Interestingly, Junya Nakano also returns as an arranger of two of the most tense tracks on the soundtrack. The first, “Tension in the Air,” is an ambient theme that features a blend of industrial and tribal percussion elements. As the name implies the theme is quite tense in nature, mainly due to the sustained strings that are quite reminiscent of Final Fantasy X‘s “Ominous”. However, what makes it so special compared to his formulaic tension themes is the slow evolution of the timbres. I find it a bit hard to listen to on a standalone basis, but I’m sure it is quite effective in-game. The second arrangement, “Desperate Struggle,” is one of the boss battle themes in the game. It is again very reminiscent to Final Fantasy X in style, particularly “Enemy Attack”. The furious strings work, combined with the ambient atmosphere that is created by brass and strings accents, gives it a very frenetic pace. The percussion elements in this battle theme are quite powerful as well, when they are featured, and just accentuates the dissonant chords above. The “Battle Results” and “Game Over” tracks are rather short compositions, as per Final Fantasy tradition. However, Mitsuto Suzuki still does them justice with his electro-acoustic soundscaping, contrasting heroism with tragedy.
Those growing up with Final Fantasy know that you can’t have Final Fantasy without chocobos. Sadly, the Chocobo theme is the only Uematsu crafted Final Fantasy theme to make it into the game. That’s right. There’s no arrangement of the Prelude, original victory theme, or the Final Fantasy main theme is found on the soundtrack. It’s a real shame, given Sakimoto arranged some of these themes for Final Fantasy XII, though at least enables Hamauzu to assert his identity. The first, “Chocobos of Cocoon ~ Chasing Dreams,” is actually arranged by Ryo Yamazaki. Unfortunately, I’m not the biggest fan of this one; it fits very well with the technologically advanced Cocoon and does feature some interesting electronic elements, though the autotuned vocals added on the second loop provide a novel yet disruptive feature. The second theme, “Chocobos of Pulse,” was handled by Masashi Hamauzu and it is much more to my liking — in fact, it’s the best version of the Chocobo theme to date, in my opinion. It’s a jazz fusion piece that manages to both fit the organic nature of Pulse quite well yet be a bundle of fun too. I had the chance to show this to Nobuo Uematsu-san while I was in Chicago for Distant Worlds and he approved of the arrangement. Did I mention there is an awesome percussion solo near the end? Yeah, there is and it is excellent.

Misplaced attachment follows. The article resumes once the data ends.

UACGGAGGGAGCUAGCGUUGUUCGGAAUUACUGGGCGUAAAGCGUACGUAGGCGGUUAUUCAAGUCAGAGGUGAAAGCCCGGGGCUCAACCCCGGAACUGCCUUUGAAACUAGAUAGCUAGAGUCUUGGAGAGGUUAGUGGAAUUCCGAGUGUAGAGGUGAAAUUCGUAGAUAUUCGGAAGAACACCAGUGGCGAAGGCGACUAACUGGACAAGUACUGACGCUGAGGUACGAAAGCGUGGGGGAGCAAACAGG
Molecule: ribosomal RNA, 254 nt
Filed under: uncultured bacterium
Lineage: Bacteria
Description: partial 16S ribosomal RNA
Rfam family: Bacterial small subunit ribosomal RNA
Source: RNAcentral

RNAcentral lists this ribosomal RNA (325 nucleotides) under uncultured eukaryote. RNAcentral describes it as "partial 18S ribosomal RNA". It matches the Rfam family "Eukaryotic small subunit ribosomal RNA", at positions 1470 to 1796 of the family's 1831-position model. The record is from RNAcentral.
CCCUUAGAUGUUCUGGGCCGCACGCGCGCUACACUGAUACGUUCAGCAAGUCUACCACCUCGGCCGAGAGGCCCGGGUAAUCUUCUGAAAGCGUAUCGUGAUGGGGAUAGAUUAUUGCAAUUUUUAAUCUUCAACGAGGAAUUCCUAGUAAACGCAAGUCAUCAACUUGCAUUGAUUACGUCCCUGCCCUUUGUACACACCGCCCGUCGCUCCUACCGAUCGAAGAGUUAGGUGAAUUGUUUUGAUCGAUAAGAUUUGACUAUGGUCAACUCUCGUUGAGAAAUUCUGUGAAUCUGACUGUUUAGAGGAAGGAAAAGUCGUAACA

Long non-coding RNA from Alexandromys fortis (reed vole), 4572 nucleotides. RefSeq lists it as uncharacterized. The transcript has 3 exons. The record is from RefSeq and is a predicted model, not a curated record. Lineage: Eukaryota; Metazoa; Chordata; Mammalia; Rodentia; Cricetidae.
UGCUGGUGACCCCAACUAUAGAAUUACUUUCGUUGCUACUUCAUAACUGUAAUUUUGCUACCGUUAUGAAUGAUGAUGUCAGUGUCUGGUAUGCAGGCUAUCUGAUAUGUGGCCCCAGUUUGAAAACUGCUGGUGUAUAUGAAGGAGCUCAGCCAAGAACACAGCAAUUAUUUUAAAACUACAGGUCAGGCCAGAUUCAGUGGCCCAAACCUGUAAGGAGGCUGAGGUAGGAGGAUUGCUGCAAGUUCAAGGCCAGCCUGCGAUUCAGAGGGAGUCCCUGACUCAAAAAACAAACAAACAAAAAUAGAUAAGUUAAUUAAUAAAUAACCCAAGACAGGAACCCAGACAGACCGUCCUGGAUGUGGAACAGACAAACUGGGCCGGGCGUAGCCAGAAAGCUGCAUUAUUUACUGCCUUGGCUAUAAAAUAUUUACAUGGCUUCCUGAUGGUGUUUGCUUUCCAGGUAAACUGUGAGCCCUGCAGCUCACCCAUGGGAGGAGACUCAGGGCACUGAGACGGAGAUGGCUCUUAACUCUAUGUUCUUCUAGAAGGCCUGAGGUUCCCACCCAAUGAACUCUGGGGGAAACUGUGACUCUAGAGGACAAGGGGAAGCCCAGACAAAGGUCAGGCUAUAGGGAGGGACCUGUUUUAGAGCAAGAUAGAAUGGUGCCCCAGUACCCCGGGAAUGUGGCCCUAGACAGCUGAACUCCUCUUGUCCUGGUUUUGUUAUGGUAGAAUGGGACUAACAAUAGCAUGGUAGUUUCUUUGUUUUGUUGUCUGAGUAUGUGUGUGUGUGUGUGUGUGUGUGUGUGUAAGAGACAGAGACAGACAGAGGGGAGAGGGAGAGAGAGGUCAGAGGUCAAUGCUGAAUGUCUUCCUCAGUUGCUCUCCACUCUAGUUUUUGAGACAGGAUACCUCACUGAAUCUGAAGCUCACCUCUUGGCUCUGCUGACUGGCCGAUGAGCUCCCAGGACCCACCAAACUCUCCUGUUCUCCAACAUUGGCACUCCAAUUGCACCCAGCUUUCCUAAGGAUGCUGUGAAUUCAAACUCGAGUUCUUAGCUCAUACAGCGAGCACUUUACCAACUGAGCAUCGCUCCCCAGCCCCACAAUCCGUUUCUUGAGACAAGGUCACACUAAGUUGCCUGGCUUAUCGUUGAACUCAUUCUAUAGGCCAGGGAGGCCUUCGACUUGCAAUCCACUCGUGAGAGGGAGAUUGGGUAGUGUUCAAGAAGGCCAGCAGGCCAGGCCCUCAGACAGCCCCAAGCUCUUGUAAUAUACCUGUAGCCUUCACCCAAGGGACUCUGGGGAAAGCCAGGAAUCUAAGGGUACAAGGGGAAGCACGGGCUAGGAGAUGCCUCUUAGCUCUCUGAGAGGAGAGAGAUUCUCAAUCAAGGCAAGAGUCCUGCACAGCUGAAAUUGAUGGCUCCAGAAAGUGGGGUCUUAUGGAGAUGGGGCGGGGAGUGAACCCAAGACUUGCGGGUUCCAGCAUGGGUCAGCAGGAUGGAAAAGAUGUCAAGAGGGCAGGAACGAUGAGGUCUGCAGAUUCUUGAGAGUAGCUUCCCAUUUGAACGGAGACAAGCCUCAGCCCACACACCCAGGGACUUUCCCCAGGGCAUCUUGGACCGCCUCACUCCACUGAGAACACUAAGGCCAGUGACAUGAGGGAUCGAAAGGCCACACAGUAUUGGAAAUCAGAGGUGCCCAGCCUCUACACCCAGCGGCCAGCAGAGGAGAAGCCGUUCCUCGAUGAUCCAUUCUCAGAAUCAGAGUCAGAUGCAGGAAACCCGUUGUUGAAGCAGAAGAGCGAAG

There are a few other welcome dashes of jazz elsewhere on the soundtrack. “Sazh’s Theme” is another awesome jazz theme that one again brings a playful element to this soundtrack. It’s probably representative of Sazh’s character and, given he has a baby Chocobo in his hair, I see this fitting him even more, given the tie-in with “Pulse de Chocobo”. This one no doubt also inspired the particularly funky “Can’t Catch a Break”. The percussion is top notch, the acoustic guitar gives some great personality, and the piano work is absolutely to die for. This is one of those themes that is great to listen to in order to get cheered up. I hear it’s a bit mismatched for the scene in which it plays, but I can’t confirm at this time. Another fantastic and surprising theme for me was “The Yaschas Massif.” If I was given a blind listening test and was told to guess the composer, the first person in my mind would have been Norihiko Hibino given its bossa-nova rhythms and flute focus. It’s an awesome theme with a bit of a bossa-nova flair to it. Fantastic job Hamauzu-san!
Despite the refreshing feel of the overall soundtrack, Final Fantasy XIII features a fair share of darker areas too. “The Pompa Sancta” reverts back to the orchestral focus of the soundtrack. It’s also quite militaristic in nature and even gives a Star Wars vibe at times. However, it’s a very menacing piece overall, given this serves as the dungeon theme leading up to a crucial battle. Another Hamauzu-Suzuki collaboration, “The Vile Peaks” sounds even more malevolent. The bass line is quite foreboding and there is some spoken word excerpts during the introduction. The strings work really helps create a fantastic mood for the entire piece and also combines well with the more electronic aspects of the theme and the woodwind sections. The use of ominous choir also adds to the overall atmosphere of the theme. Though not a major highlight, “Taejin’s Tower” is rather interesting as well with its use of subtle vocal excerpts and springy sound effects. A little odd, but it still adds to the diversity of the soundtrack.